There's nothing wrong with playing with pictures. As I've said in past posts, your intent is what makes an image art verses something else. Trying to past off the composite of either today's lighthouse shot or the road under the bridge as factual would be wrong and an unneccessary fraud. When a painter creates his/her artwork, they are free to add, subtract or change parts of what they see. No one accuses a painter of fraud when they paint "what they see". If the artist doesn't "see" the trashcan by the pier, no one shakes a finger for not being true to the reality in their line of sight. If "art" is the intention of the photographer the same "rules" should apply. If the trashcan is the one thing that ruins an otherwise beautiful image there's two choices. Post-production or pre-production. If the object (the trashcan in this case) isn't chained down and can easily be moved, move it before taking the shot. (Put it back when you're finished.) If the object is too large or too heavy or whatever, remove it in post. After all, it's "art" Read more!

Friday, August 7, 2009

To HDR or Not To HDR

It seems I'm getting asked more and more if one of my images is HDR (High Dynamic Range). Typically the answer is no. In a couple of posts in the past couple of weeks I took a look at the HDR craze that's going around. It is a very cool technique, it takes a little planning to do it with multiple images and it lends itself to static objects. Today's "Interesting Blog of the Day" (link) is a faux HDR effect by Adobe's Russel Brown. He has an interesting method of giving moving objects (in his primary example a Parrot) an HDR look. He goes for the illustrative look rather than the photo realistic genre, but it is a technique that should be put in your "toolbox" of methods of doing things. The image featured here today looks like it could be HDR in the photo realistic realm, but it's not. Each color has been individually adjusted to maximize it's saturation. This image has been taken a step beyond what I typically do in that there are multiple adjustment layers for "most" of the colors.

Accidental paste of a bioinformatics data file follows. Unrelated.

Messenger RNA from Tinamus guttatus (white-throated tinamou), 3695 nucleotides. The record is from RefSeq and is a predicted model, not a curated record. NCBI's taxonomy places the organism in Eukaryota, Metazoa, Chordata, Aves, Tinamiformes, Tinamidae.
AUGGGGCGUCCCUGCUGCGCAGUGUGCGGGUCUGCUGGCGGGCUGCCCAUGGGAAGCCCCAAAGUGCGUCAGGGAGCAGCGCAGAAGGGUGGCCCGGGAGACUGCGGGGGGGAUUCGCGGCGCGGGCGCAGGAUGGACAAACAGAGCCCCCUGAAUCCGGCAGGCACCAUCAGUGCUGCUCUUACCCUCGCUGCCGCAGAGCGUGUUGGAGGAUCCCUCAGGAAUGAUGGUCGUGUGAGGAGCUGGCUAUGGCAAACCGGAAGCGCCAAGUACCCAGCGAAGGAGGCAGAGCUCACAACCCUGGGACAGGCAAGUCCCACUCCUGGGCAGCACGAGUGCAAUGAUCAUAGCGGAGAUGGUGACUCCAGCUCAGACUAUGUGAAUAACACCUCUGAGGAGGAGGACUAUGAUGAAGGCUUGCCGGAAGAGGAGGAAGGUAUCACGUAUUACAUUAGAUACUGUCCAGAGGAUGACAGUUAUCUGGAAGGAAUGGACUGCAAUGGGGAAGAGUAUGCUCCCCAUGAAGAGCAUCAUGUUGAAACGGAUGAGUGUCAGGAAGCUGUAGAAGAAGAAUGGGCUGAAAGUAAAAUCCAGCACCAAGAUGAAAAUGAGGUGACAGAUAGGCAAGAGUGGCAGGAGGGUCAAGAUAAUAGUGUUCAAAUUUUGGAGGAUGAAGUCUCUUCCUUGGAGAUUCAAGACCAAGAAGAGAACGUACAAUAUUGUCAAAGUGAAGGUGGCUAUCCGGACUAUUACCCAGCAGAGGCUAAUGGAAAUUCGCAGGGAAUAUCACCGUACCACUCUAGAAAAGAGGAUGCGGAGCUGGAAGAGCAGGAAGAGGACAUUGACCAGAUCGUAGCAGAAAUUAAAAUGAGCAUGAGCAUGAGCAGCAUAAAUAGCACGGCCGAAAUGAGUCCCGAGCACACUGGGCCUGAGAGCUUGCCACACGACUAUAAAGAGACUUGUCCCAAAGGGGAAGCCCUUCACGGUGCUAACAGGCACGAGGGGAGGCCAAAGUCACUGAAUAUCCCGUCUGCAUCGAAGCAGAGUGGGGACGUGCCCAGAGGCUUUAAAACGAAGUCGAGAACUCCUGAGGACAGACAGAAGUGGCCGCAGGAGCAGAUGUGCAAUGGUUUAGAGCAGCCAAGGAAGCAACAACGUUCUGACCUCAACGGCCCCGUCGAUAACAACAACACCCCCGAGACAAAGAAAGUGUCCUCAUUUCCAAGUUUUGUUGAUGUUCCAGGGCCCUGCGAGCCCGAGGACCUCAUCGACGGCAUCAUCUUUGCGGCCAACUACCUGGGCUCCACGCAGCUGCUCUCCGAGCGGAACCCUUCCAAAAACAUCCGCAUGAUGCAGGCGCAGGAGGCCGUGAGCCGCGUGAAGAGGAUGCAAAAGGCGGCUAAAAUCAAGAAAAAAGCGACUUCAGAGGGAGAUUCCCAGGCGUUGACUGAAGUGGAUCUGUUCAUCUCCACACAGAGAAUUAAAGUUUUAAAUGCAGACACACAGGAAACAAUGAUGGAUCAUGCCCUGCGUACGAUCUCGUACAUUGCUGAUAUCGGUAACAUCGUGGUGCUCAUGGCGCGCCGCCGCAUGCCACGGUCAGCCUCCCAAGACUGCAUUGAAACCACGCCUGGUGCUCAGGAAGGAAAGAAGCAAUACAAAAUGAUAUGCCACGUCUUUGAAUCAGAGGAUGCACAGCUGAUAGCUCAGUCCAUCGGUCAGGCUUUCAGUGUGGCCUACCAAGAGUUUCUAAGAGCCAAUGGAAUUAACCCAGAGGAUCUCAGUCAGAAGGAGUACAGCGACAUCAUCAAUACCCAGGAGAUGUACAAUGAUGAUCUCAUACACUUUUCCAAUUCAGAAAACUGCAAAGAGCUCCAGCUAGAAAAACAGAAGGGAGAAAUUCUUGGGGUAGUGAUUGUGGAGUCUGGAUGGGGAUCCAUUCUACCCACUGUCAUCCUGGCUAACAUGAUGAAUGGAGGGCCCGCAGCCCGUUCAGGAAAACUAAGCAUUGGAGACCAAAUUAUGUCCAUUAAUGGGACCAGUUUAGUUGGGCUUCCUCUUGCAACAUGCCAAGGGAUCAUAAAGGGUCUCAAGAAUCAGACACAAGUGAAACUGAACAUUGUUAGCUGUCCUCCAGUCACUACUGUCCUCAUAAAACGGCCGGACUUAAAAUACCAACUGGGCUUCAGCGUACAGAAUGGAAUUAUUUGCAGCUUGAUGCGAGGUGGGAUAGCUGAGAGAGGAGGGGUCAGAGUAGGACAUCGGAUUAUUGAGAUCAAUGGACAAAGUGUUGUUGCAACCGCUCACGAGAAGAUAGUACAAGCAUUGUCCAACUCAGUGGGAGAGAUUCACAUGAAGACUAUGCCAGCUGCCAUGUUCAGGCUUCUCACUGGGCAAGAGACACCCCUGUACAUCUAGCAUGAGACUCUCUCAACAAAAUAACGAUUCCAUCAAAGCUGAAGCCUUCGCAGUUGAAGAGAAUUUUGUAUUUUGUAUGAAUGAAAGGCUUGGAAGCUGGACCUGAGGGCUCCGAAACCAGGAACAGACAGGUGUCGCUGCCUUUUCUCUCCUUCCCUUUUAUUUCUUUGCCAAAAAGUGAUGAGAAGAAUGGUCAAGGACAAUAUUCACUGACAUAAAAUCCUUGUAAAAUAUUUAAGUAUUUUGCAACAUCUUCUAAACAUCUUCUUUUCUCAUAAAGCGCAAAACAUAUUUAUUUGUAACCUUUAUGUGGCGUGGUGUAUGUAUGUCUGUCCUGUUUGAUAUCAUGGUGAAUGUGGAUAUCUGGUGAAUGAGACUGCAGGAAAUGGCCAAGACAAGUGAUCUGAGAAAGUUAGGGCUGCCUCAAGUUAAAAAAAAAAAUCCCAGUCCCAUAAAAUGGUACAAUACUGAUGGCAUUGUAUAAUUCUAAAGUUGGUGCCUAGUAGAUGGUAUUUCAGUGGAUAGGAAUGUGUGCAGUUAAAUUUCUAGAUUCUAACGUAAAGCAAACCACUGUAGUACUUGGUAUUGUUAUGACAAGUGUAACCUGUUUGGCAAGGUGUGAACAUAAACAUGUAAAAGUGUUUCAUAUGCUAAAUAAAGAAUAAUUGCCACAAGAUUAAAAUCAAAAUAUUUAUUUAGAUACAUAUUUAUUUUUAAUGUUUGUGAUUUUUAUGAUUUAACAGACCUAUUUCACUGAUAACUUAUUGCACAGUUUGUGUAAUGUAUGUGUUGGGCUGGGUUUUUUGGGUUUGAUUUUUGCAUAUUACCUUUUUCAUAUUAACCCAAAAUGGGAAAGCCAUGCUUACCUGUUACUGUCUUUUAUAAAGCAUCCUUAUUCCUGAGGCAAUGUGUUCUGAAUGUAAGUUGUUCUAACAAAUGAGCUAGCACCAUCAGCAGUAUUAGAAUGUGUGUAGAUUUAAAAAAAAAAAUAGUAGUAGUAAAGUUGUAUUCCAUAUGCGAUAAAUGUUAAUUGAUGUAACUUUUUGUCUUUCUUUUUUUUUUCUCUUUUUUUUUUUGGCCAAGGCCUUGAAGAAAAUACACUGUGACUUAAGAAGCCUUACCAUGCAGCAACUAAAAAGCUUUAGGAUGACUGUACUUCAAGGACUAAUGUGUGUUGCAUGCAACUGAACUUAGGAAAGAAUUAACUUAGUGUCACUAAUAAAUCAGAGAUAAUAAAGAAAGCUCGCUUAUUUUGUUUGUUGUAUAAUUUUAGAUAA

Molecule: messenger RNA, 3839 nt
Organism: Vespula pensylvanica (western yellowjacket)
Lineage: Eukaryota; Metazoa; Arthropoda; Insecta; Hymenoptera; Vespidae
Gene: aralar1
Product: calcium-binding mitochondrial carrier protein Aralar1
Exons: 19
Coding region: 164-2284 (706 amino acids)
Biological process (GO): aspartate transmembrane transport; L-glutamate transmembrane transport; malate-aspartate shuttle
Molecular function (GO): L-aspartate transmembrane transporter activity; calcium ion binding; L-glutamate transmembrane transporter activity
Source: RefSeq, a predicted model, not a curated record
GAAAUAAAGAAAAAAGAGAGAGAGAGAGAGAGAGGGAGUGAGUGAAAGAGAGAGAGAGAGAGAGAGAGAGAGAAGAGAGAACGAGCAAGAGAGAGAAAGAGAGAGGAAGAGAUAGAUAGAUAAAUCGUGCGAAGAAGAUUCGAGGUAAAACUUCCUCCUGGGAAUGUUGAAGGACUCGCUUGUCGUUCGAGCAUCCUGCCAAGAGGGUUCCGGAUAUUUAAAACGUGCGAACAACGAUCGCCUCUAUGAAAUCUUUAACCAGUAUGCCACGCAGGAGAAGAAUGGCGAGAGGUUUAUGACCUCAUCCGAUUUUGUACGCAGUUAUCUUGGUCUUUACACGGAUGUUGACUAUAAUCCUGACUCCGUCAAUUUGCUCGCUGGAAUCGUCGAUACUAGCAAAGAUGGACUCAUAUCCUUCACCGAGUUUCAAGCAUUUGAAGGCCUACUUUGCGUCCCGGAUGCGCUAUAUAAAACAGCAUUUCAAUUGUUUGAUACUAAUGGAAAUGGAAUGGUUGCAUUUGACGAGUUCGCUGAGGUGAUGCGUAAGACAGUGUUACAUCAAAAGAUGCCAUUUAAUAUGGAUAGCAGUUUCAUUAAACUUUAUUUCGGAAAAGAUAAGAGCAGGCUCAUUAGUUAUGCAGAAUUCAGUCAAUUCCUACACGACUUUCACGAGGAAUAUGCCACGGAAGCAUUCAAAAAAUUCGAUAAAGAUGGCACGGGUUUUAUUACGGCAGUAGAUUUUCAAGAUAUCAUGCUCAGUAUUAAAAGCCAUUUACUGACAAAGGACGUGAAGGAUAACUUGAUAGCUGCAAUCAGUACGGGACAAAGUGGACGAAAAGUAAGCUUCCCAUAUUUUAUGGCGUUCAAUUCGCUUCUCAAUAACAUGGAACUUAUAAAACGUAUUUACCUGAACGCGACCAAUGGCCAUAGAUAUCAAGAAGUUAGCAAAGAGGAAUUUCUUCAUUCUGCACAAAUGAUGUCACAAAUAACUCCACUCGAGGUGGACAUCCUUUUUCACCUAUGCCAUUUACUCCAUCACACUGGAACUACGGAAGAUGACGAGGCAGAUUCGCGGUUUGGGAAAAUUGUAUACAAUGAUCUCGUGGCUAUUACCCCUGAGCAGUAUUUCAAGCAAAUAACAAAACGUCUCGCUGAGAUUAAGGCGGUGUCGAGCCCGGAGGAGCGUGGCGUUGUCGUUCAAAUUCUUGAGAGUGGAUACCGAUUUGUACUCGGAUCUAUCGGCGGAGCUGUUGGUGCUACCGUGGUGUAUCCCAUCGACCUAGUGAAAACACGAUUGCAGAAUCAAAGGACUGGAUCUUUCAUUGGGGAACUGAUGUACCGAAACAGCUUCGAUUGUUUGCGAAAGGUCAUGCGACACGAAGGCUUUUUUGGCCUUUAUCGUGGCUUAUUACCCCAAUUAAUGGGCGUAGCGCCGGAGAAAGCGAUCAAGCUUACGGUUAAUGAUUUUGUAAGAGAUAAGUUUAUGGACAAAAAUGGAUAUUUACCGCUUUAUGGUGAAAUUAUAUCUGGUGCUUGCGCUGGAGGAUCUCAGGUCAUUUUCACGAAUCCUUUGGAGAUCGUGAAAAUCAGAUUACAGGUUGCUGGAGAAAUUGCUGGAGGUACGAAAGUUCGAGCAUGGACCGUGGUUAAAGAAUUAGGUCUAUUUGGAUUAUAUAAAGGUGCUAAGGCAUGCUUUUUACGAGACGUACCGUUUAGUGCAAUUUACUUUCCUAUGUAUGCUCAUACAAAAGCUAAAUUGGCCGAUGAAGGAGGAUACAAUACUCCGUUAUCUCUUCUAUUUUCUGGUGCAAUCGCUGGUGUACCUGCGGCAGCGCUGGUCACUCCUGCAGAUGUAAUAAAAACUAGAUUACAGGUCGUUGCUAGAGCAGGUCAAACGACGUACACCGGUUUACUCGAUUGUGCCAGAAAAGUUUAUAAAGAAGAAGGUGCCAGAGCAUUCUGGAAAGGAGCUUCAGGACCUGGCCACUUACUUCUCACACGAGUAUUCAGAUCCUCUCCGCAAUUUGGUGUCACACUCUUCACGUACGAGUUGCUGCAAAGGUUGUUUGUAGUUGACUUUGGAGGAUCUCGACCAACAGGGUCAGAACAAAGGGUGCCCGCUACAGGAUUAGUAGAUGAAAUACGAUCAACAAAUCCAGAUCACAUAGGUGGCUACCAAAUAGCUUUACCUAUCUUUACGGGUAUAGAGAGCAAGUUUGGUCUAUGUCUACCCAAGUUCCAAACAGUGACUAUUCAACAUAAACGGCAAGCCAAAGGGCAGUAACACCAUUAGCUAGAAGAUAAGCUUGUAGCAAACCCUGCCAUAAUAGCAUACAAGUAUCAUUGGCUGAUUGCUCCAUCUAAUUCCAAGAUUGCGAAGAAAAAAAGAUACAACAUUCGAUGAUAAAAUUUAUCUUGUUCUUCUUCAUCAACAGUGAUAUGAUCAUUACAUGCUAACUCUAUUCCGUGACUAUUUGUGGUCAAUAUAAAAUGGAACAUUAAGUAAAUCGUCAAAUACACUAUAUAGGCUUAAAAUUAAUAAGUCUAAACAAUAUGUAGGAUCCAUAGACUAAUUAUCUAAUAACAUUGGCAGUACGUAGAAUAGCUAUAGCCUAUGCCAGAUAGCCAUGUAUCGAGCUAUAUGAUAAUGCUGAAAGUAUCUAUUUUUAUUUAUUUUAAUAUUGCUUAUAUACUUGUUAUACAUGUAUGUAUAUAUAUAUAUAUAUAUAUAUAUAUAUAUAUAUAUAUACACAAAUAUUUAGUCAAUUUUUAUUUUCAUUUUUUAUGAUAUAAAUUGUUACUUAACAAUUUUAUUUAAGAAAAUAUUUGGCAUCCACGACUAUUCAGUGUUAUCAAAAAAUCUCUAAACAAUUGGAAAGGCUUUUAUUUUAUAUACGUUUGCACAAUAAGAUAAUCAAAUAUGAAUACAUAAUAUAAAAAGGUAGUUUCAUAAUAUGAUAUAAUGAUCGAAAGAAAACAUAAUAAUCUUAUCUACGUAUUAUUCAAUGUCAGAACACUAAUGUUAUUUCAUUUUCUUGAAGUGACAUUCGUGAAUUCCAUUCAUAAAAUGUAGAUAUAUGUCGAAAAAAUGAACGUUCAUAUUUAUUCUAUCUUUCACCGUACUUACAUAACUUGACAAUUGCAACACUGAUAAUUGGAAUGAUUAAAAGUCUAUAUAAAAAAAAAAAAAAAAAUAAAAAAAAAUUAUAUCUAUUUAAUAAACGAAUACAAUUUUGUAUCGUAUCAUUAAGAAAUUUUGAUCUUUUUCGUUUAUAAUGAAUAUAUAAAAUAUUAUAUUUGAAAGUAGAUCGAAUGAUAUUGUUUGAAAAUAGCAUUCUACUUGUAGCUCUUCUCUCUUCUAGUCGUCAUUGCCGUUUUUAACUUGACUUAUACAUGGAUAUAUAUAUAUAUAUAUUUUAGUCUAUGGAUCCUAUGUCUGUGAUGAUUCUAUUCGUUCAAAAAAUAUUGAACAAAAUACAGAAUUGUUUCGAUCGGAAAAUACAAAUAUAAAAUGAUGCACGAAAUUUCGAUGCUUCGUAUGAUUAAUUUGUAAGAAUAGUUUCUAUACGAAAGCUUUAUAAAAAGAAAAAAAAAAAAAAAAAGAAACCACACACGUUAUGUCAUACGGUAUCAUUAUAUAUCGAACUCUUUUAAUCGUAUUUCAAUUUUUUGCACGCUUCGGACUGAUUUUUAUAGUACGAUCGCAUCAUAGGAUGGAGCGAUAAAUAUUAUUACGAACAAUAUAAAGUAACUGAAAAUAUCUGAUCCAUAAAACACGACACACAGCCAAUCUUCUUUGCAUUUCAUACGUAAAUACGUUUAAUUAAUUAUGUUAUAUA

The "normal" workflow I go through includes having a Hue/Saturation Adjustment Layer for each available color (Red, Yellow, Green, Cyan, Blue and Magenta). The reason behind this is not so much the colors as it is the masks that go along with each adjustment layer. Today's image has two red adjustment layers (two of each color except Magenta). Again, it's the masks I'm interested in, not the color so much. The reason for two red adjustment layers is that I want to control the saturation of red in two different places. One in the barns and another in the band around the top of the silo. One way to do that with one adjustment layer is to use some shade of grey to reduce the intensity of the reds on the silo. The problem with that approach is getting the right choice of shade of grey. Since there is a mask, it is possible to select a shade and paint on the mask. If it's the wrong shade you can repaint with white (or black, depending on which way you go) and try another shade. This can be time consuming and every time you change your mind you start over. By having two separate red Hue/Saturation Layers you can focus your attention on the area of concern. Set the red of the barn and don't worry about the band on the silo. Mask it out and make another Hue/Saturation Layer to take care of that. Mask out the barns and work on the silo, etc. The nice things about this technique is the fact that you have complete control over what's going on in the individual areas. If you were to put the image away for an hour, a day, a week or whatever, you never have to begin at the beginning to make a change. If, a week from now you sold the image for use in a magazine and the editor says the barn is too bright red, you can go to the barn H/S Adjustment Layer use the Saturation slider to increase or decrease the intensity of the red in the barn without effecting the red in the silo. If the editor decided he/she needed a green barn with the red band around the silo, move the Hue slider.
Control is the name of the game. A subset of "control" would be flexibility. There's no point to having one "copy layer" with all your "development" decisions locked in to that layer. That would give you absolutely zero flexibility. Your only choice, if changes had to be made, would be to start over at the beginning. Not good! Today's image wound up with nineteen layers, probably thirteen or fourteen being Adjustment Layers. The image, even though it is one shot, is treated as a series of "pieces". Each piece is given the attention it needs.
So, in the end, break out the impportant areas within an image and work on them as though they were a complete (but still homogenous) piece of the puzzle. Read more!

Wednesday, August 5, 2009